2007.07.25: July 25, 2007: Headlines: Directors - Bellamy: Figures: Directors: Unicef: United Nations: COS - Guatemala: Earth Times: Carol Bellamy elected Chair of the Board of Directors of the Fair Labor Foundation

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Carol Bellamy elected Chair of the Board of Directors of the Fair Labor Foundation

Carol Bellamy elected Chair of the Board of Directors of the Fair Labor Foundation

The non-profit FLA marshals the power and commitment of socially responsible companies, colleges and universities, and civil society and labor and human rights groups in its mission to protect workers' rights and improve working conditions by promoting adherence to international labor standards. In her new position, Bellamy will lead the FLA Board, which sets policy for the organization and is equally represented by six members of each of the organization's three stakeholder groups. Carol Bellamy was the first returned Volunteer (Guatemala 1963–65) to be confirmed by the Senate as director of the Peace Corps.

Carol Bellamy elected Chair of the Board of Directors of the Fair Labor Foundation

FLA Elects Carol Bellamy Chair of its Board of Directors

WASHINGTON, July 25 /PRNewswire-USNewswire/ -- Carol Bellamy, currently the President and CEO of World Learning and its School for International Training, and the former Executive Director of UNICEF and Director of the Peace Corps, has been elected Chair of the Board of Directors of the Fair Labor Foundation (FLA), effective August 1, 2007. She succeeds Adele Simmons, the former President of the John D. and Catherine T. MacArthur Foundation, who served in the position since 2003.

The non-profit FLA marshals the power and commitment of socially responsible companies, colleges and universities, and civil society and labor and human rights groups in its mission to protect workers' rights and improve working conditions by promoting adherence to international labor standards. In her new position, Bellamy will lead the FLA Board, which sets policy for the organization and is equally represented by six members of each of the organization's three stakeholder groups.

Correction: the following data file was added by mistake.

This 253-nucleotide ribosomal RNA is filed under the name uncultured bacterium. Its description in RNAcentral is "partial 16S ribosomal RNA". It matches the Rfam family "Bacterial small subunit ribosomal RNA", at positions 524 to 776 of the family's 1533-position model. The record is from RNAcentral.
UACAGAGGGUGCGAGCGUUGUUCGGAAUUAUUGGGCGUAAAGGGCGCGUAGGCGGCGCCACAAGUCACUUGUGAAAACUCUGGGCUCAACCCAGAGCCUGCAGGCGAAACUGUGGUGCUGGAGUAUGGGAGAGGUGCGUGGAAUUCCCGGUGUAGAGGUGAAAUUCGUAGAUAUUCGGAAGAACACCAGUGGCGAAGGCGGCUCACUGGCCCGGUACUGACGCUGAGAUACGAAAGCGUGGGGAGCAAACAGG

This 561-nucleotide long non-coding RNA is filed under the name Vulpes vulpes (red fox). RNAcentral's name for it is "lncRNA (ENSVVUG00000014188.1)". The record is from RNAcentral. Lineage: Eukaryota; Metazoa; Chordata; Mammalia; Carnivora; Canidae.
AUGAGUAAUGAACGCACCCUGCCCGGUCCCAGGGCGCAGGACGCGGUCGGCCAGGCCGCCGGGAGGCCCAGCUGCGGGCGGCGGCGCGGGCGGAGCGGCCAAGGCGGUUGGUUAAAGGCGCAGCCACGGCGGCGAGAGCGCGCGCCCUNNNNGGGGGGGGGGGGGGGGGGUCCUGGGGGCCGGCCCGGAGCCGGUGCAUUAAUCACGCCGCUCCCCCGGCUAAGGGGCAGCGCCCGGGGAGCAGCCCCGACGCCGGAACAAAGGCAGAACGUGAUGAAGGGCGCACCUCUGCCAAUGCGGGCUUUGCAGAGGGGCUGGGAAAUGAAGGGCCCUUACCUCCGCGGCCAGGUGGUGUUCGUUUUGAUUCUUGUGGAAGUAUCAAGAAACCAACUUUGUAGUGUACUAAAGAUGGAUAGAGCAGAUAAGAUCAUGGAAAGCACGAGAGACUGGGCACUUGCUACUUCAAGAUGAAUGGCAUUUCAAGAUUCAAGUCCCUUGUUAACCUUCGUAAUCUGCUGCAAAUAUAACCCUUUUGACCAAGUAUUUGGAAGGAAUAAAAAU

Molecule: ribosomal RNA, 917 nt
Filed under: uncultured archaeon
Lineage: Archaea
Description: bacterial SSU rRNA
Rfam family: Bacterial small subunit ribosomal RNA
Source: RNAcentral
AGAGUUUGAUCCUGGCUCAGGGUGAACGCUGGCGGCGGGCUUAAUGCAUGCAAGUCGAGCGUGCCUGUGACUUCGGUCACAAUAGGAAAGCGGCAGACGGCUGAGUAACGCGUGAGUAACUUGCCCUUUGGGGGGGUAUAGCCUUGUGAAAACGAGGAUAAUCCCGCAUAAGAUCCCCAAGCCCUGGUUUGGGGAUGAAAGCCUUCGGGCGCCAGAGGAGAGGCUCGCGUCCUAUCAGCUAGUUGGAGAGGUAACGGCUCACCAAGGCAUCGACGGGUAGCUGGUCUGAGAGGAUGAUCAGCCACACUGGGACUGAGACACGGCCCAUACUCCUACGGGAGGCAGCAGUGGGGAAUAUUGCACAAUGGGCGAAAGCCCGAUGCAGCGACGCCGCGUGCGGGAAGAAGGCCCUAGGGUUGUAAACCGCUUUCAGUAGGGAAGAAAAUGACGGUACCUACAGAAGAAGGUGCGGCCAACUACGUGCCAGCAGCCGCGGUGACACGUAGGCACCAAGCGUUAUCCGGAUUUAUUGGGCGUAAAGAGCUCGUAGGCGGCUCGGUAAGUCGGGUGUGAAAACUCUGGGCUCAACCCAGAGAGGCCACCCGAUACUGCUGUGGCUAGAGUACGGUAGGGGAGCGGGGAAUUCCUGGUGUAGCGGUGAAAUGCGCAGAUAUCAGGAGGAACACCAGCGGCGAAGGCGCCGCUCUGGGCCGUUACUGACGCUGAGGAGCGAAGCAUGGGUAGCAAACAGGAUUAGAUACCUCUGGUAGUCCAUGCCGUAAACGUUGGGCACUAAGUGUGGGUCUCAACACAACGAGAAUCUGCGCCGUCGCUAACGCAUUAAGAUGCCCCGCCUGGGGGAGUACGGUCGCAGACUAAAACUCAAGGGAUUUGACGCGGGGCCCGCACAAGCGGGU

"I am delighted to be joining the FLA at this point in its development," said Bellamy. "For eight years the FLA has been strengthening its capacity to work with companies, factories, civil society organizations and others to end sweatshop labor and protect workers' rights. It is now moving beyond its rigorous monitoring program to focus greater attention on identifying the root causes of these problems and to develop sustainable compliance programs. I hope that in the coming years I can help the FLA deepen and expand its impact and provide even stronger leadership in the field."

World Learning, the organization that Bellamy currently heads, seeks to foster global citizenship through experiential education and community-driven development programs. It has operations in more than 70 countries. Bellamy assumed the leadership in May 2005, after completing ten years of service as Executive Director of UNICEF, the children's agency of the United Nations. During her tenure at UNICEF, Bellamy doubled the organization's resources and was recognized for her role in modernizing the organization and increasing its efficiency.

Prior to joining UNICEF, Bellamy was Director of the United States Peace Corps. She became the first ever Peace Corps volunteer to lead the agency, having served in Guatemala from 1963-65. Her service as a Peace Corps volunteer, Bellamy has noted, had a profound impact on her commitment to activism.

Ms. Bellamy has had a distinguished career in the private sector. She was a Managing Director of the investment firm Bear Stearns & Co. from 1990 to 1993, and a Principal at Morgan Stanley and Co. from 1986 to 1990. Between 1968 and 1971, she was an associate at the law firm of Cravath, Swaine and Moore.